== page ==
Muriel and Miranda, part 1

Miranda could see the spider’s web as she walked up to the workshop she’d been constructing. Sunlight was sparkling through some of the drops left on the web from the morning’s heavy dew. She had never seen such an enormous spider. She stared at the bulbous yellow body supported by stiffly arched slender legs. As she watched the spider tending her web, for some reason, she thought of Muriel, the woman who lived along the road.

Miranda could see Muriel in her mind’s eye. Muriel was working in her garden as Miranda had seen her do every morning since spring. She was stopping and standing up straight holding her right hand to her back as if she had a crick in that side. She straightened slowly and turned. As Miranda watched this movement, she noticed that Muriel was wearing a bright yellow top and black slacks. Miranda felt as if Muriel was looking at her, at that very instant, across the woods and the hill which separated their houses.

Miranda had often stopped to chat with Muriel when she saw the older woman in her garden. Muriel raised herbs and old roses. She also had an apiary. Miranda had discovered in one of their conversations at the garden’s edge, that Muriel had designed the layout of her herb garden to give form to certain symbols. Muriel either thought Miranda knew and could discern the symbols recreated there or she preferred not to discuss them with Miranda. Miranda admired the intricate patterns created by the plants, which to her eye, seemed to be carefully shaped to give life to the lines of the patterns. The magical qualities of the garden only added to the air of mystery which surrounded Muriel.

When Miranda was talking with Muriel she felt as though they were communicating with each other through their eyes, through the air without, or in addition to, the words which flowed easily between them. Miranda had never experienced this sensation. They weren’t engaged in intimate exchanges. She thought it would have seemed natural to feel the sense of connection if they had been discussing their pasts or their beliefs. Regardless of the simplicity of the topic, the feeling came to Miranda.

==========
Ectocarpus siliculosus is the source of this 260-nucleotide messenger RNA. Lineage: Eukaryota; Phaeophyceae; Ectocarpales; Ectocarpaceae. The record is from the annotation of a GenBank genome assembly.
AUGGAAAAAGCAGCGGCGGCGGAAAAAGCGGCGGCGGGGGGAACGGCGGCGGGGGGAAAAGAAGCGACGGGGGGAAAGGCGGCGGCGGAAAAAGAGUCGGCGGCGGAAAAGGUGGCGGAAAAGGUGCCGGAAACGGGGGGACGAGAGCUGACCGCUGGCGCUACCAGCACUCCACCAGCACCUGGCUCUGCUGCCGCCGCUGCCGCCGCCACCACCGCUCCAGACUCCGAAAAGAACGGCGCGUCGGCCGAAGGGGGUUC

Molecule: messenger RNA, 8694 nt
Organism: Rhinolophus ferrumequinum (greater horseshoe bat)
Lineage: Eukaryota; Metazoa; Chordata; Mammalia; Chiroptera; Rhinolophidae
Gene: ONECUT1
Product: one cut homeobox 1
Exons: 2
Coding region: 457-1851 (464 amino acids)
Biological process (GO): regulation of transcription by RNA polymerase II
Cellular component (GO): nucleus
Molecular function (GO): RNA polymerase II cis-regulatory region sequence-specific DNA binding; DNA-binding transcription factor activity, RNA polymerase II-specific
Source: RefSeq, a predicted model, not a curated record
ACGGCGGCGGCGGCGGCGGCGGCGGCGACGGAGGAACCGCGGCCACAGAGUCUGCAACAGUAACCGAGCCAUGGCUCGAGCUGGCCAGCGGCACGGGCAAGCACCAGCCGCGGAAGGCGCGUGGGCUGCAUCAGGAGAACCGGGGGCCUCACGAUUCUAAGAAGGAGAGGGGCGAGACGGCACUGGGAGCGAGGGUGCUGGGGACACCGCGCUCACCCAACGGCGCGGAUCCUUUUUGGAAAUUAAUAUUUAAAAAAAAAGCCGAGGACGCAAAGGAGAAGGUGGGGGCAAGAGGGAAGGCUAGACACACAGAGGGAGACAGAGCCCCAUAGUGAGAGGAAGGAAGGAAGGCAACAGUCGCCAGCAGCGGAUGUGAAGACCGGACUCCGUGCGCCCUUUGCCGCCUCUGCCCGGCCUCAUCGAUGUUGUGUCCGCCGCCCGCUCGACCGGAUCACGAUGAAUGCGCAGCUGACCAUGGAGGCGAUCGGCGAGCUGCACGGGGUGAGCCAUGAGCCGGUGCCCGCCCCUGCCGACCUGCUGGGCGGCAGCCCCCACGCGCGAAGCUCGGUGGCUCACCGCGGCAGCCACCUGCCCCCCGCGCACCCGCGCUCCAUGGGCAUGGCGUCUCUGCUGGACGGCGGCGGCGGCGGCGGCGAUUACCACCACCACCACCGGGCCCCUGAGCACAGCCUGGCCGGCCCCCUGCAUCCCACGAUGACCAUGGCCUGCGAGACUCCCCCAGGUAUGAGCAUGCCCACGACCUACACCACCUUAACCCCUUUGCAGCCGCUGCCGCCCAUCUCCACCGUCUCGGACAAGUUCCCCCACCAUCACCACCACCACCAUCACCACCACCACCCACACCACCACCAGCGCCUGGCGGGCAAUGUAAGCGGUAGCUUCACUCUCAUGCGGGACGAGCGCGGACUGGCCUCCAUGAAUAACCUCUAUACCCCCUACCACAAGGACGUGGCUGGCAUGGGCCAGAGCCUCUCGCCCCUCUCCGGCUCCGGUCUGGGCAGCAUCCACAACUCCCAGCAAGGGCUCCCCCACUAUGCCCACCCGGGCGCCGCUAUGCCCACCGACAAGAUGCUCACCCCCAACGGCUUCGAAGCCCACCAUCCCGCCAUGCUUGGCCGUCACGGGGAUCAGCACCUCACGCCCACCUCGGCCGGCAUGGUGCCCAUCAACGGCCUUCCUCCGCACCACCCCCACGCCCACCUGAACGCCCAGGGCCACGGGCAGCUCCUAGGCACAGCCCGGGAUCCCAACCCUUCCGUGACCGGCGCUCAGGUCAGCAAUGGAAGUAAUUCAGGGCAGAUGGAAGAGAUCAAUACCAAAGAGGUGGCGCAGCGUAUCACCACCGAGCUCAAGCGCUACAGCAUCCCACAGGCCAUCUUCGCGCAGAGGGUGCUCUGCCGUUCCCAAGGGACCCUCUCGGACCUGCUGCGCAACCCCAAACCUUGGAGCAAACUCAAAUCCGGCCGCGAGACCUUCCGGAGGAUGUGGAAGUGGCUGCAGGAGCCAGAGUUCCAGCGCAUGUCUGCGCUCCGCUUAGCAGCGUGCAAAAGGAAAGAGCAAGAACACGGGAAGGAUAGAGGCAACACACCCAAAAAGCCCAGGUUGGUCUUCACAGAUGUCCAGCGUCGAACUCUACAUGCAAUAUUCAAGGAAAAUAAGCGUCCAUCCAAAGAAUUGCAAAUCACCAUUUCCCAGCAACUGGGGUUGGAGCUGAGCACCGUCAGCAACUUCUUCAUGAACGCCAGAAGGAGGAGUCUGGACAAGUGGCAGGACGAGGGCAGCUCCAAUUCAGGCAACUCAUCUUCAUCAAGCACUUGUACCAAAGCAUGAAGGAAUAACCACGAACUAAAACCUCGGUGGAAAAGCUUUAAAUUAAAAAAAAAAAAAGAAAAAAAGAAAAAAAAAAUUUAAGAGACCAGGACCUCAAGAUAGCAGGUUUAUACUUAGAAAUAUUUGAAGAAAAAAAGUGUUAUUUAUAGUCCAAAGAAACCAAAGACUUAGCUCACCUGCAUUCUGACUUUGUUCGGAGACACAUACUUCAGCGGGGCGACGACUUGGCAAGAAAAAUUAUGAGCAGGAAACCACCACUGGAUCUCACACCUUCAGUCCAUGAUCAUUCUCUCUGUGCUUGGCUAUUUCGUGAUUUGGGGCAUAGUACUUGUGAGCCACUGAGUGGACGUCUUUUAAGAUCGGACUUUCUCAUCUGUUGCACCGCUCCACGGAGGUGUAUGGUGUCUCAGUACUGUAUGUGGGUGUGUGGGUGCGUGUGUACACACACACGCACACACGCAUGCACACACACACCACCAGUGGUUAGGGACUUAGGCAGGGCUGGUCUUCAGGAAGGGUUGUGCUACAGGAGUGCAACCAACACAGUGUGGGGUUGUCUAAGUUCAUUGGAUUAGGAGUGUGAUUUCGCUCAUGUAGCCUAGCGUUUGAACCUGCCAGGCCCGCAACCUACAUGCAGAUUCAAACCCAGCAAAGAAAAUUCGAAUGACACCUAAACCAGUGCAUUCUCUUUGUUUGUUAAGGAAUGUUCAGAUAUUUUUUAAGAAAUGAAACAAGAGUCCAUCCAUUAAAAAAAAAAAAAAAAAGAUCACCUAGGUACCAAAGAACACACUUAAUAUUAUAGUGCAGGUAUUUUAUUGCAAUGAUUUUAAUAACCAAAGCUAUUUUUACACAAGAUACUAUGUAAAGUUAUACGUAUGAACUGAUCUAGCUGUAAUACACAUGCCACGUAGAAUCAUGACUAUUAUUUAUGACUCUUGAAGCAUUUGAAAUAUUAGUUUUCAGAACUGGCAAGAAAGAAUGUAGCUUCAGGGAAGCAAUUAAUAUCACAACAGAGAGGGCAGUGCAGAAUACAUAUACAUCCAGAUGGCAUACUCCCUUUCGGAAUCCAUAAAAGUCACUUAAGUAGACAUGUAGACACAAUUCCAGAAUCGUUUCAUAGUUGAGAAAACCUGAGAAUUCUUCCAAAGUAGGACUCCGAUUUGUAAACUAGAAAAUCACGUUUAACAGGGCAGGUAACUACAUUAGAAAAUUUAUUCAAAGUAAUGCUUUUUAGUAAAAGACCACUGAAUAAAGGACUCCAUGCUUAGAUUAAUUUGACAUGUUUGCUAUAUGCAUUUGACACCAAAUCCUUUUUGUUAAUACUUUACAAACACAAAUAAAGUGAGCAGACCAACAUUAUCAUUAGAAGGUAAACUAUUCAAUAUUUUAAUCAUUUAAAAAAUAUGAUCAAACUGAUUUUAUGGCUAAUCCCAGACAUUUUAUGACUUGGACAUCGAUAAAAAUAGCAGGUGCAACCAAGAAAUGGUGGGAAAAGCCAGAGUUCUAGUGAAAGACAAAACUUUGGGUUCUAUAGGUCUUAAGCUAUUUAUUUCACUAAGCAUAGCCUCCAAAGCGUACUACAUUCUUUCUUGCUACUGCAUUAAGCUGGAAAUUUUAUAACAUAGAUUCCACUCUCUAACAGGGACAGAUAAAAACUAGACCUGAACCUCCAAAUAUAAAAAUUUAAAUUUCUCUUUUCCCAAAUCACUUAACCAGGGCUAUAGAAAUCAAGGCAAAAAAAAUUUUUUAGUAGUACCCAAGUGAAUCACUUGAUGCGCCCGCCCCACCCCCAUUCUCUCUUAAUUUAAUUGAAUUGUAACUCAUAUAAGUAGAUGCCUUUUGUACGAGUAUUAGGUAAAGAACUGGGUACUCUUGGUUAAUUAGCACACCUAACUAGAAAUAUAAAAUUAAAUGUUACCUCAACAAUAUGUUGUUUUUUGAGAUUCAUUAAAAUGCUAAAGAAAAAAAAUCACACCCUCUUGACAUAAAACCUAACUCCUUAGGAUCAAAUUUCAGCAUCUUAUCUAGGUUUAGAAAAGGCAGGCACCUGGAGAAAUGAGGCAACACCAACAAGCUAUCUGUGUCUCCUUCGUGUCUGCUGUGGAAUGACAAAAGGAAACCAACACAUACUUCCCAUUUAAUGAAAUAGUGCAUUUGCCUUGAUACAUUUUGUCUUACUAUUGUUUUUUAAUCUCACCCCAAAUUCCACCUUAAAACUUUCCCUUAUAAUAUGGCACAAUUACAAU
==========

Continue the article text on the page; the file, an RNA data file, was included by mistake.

On the days when she saw Muriel with her bee hood on and her gloves which rose to her elbows Miranda didn’t stop to chat. She knew Muriel could not interrupt the tending of the beehives to pass the time of day. On those days Miranda was disappointed to have to pass by Muriel and her garden without stopping.

Miranda was finished framing the workshop. She would install the windows today. As she did her work she tried to imagine the finished workshop where she would concentrate on her writing. As she set the last window into the opening she was startled to see Muriel’s face in the pane. She was puzzled by the insistent presence of the woman in her mind that day. She knew Muriel had been a librarian before she retired a few years ago. Aside from that, she didn’t know much about her.

When she’d finished setting in the windows, Miranda walked along the road past the woods of fir and cedar around the lower slope of the hill toward the post office. Muriel was working in her yard. She looked up as Miranda came close to her. “Hello, Miranda, How are you today? Are you on your way somewhere?

“Yes, the post office.” Miranda was only half surprised to notice that Muriel was wearing a yellow top and black slacks as she was earlier in the images in her mind and in the window pane.

“Stop in on your way back and have a cup of tea with me.”

Miranda agreed. So, Muriel could read minds, she thought. She had hoped Muriel would want to talk and she had been hoping it as she walked around the edge of the hill towards Muriel’s property.